In my previous blog entry, Tour de Amsterdam, I mentioned rules learned the hard way while riding a bike in downtown Amsterdam. Recall that biking is a mode of transportation and not the competitive leisure sport as viewed by most Seattlites. The topography of Amsterdam is wonderfully flat!
Riding for hours is possible with perhaps the only side-effect of returning to your hotel a bit sore in the saddle. So don’t shy away from renting a bike because you don’t have the outfit, helmet or shoes; it’s a common sight to see business men dressed in suits chatting on their cell phones and farmers in overalls wearing clogs on the bike paths. Also, don’t worry about getting lost; along with designated bike paths signs (fietspaden), there are arrow street signs directing you to areas within the city and back to Central Station. Just remember the canals run around the city in a horseshoe pattern.
Now, my favorite bike ride starting from Central Station, the focal point of the city located on the Continue reading “Tour d’Amsterdam, part 2”
Back in May, Shelf Talk presented readers with a series of lists I wrote featuring authors who focus their work on vampire fiction. The goal of these lists was to provide readers with new opportunities to delve into the world of vampires and hopefully get a few suggestions for ourselves (and we did, so thanks!).
It turns out that there are a lot of readers out there who like the idea of magic stories, but are maybe not so thrilled at the thought of blood sucking fiends (what’s wrong with you people?). A little research reveals an abundance of awesome fiction written by authors who feel the same anti-vampire way. Below you’ll find a few lists of authors and titles that are full of the supernatural … and very light on vampires.
Reality with a twist: It’s the everyday, but with power!
Ill Wind by Rachel Caine
Dead to Me by Anton Strout
Urban Shaman by C.E. Murphy
Creepy Creatures: Not vampires, but pretty much every other supernatural critter you could imagine.
Blood and Iron by Elizabeth Bear
A Kiss Before the Apocalypse by Thomas E. Sniegoski
Agents of Light and Darkness by Simon R Green
Paranormal: For those who like their fiction magic-lite.
Better Read Than Dead: A Psychic Eye Mystery by Victoria Laurie
Sense of Evil by Kay Hooper
Remains of the Dead: A Ghost Dusters Mystery by Wendy Roberts
As always, we’d love to hear your suggestions!
Book recommendations are rolling in from all over Seattle as part of the Library’s Adult Summer Reading Program.
Readers at the Southwest Branch recommend:
When You Are Engulfed in Flames by David Sedaris
I did not want to put this book down. It was so hard to stop reading it and get on with a real life. Previous Sedaris books made me smile or chuckle, but this one made me breathless with laughter on nearly every page. He’s really hit his stride now! Loved it!
Thirteen Moons by Charles Frazier
An exciting epic story as artfully fold as his Cold Mountain. With only 2 books published, Frazier is high on my list of writers highly skilled in picking his characters and giving them a compelling tale to tell.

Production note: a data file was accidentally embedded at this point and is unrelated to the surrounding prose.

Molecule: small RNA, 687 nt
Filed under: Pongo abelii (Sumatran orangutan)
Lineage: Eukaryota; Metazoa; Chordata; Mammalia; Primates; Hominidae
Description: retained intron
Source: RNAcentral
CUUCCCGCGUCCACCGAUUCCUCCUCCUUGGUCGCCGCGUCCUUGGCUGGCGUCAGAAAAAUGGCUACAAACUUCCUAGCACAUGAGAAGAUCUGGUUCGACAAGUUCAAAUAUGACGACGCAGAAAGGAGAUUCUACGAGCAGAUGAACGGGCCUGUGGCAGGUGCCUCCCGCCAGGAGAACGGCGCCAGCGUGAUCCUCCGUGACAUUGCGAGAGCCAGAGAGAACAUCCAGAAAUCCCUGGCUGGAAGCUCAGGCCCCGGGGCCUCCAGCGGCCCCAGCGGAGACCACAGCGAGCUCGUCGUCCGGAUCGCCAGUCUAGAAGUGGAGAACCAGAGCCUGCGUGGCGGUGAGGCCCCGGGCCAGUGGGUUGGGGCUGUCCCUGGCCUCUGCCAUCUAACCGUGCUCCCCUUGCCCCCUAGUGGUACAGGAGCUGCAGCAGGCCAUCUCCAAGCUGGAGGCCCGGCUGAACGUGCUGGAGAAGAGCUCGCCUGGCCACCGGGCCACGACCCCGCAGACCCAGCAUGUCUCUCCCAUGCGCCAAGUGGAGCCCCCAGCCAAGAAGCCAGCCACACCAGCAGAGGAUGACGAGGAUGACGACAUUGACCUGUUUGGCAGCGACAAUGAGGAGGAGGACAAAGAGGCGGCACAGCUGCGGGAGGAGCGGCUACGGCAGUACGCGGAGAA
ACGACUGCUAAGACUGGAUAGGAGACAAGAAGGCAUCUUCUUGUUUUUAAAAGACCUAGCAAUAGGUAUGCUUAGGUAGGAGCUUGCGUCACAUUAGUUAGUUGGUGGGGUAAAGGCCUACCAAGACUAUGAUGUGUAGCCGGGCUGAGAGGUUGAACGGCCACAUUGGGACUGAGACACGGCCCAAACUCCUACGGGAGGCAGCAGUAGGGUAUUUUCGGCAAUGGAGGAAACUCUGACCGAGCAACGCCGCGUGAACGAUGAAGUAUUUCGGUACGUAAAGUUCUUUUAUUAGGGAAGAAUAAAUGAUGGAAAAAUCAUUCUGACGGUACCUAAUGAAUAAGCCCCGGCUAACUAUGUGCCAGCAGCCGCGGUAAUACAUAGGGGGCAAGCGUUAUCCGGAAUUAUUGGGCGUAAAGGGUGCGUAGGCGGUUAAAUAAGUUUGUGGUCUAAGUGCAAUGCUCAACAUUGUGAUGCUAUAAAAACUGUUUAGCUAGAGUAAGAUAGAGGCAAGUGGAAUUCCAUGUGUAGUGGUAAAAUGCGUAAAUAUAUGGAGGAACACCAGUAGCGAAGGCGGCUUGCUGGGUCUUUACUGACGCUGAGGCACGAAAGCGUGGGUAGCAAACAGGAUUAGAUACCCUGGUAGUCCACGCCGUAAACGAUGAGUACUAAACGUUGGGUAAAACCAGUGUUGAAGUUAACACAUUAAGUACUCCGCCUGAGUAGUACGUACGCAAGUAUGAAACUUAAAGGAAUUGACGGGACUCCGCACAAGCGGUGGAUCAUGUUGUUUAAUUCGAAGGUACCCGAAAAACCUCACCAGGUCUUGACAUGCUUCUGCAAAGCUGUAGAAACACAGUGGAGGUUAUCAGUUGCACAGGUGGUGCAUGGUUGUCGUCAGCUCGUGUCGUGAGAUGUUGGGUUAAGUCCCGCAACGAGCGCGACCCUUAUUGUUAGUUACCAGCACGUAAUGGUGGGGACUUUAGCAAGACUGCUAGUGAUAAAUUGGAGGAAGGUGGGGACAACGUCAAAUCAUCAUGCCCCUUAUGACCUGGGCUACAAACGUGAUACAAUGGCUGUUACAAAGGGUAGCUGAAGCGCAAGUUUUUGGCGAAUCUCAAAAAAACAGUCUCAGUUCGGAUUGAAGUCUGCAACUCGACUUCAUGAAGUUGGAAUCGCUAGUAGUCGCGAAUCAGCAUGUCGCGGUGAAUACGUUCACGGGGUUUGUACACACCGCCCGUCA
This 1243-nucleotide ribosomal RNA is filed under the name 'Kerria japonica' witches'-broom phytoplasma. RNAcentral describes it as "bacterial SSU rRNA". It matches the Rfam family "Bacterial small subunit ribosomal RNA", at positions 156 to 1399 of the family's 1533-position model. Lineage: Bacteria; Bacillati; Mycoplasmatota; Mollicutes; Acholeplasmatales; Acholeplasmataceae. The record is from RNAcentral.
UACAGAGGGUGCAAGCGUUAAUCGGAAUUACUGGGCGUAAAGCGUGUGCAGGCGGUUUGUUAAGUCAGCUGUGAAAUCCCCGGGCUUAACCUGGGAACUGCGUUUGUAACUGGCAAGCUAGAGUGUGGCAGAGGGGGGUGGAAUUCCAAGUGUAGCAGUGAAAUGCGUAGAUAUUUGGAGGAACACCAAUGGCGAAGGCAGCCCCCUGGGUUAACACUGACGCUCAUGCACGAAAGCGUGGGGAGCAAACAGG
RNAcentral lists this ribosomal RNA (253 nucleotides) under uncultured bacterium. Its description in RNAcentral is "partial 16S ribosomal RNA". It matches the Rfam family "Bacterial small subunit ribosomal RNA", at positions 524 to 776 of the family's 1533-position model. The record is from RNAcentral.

Special Topics in Calamity Physics by Marisha Pessl
Blue Van Meer is talented and smart, but when her beloved teacher dies she has to solve the mystery even if it incriminates her family.
The Grand Sophy by Georgett Heyer
Imagine a character even more involved in others lives than Jane Austen’s Emma and you have Sophy. She Continue reading “Summer Reads: Southwest, Northgate and Northeast readers offer suggestions”
Among hip-hop fans, the group Black Star is known for its lyrical muscle and strong literary-bent. Members Mos Def and Talib Kweli pack their tightly crafted rhymes with intelligence and wit that seems lacking in much of contemporary hip-hop. Their 1998 album, Mos Def & Talib Kweli are Black Star was a welcome return to the days when the quality of a rapper’s rhymes was more important than what car he drove or how diamond-encrusted his knuckles were. Mos Def and Talib Kweli were among a small cadre of artists that ushered in a new era of underground hip-hop that strove to be meaningful, empowering, and intelligent and are filled with references to historical events, works of literature, Jazz musicians, and other artist.
The group’s name is a reference to the shipping line created by Marcus Garvey, the early 20th century African-American orator, journalist, entrepreneur, and leader of the “Back to Africa” movement. With intelligent Continue reading “You Must Learn: A Hip-Hop Education with Black Star”
Ahoy mates! Shiver me timbers and all that pirate talk. It’s Seafair in Seattle and for many folks that means the Pirates are in town. With their booming cannon and boisterous pranks the Seafair Pirates give the kids of Seattle a delicious shiver and scary dreams. Watching the Pirates kidnap shrieking kids and drag their swords along the sidewalk sending up showers of sparks reminds us of our favorite pirate stories. Stories where the dangers or debauched pirates are safely between the covers of a book or on the silver screen.
If you would rather read about the Seafair Pirates than encounter them in the wild, we’ve got books, magazine, a cookbook and sheet music!
Pirate Kings: an oral history of the Seafair Pirates, a magazine devoted to the Seafair Pirates and their history
Seafair: fifty years of memories, by Seafair Inc.
At the Seafair : Seattle’s Seafair, words and music by Dick Dennison
Seafair cook book, by St. Andrew’s-by-the-Lake Episcopal Church, Seattle
If you prefer your pirates farther from home – safely anchored in history, perhaps you’d like these books.
The complete Terry and the Pirates, by Milton Caniff. The classic pirate comic reissued in 3 comprehensive volumes. Take a trip back to your childhood and Sundays spent reading the newspaper on Continue reading “Seafair means Pirates”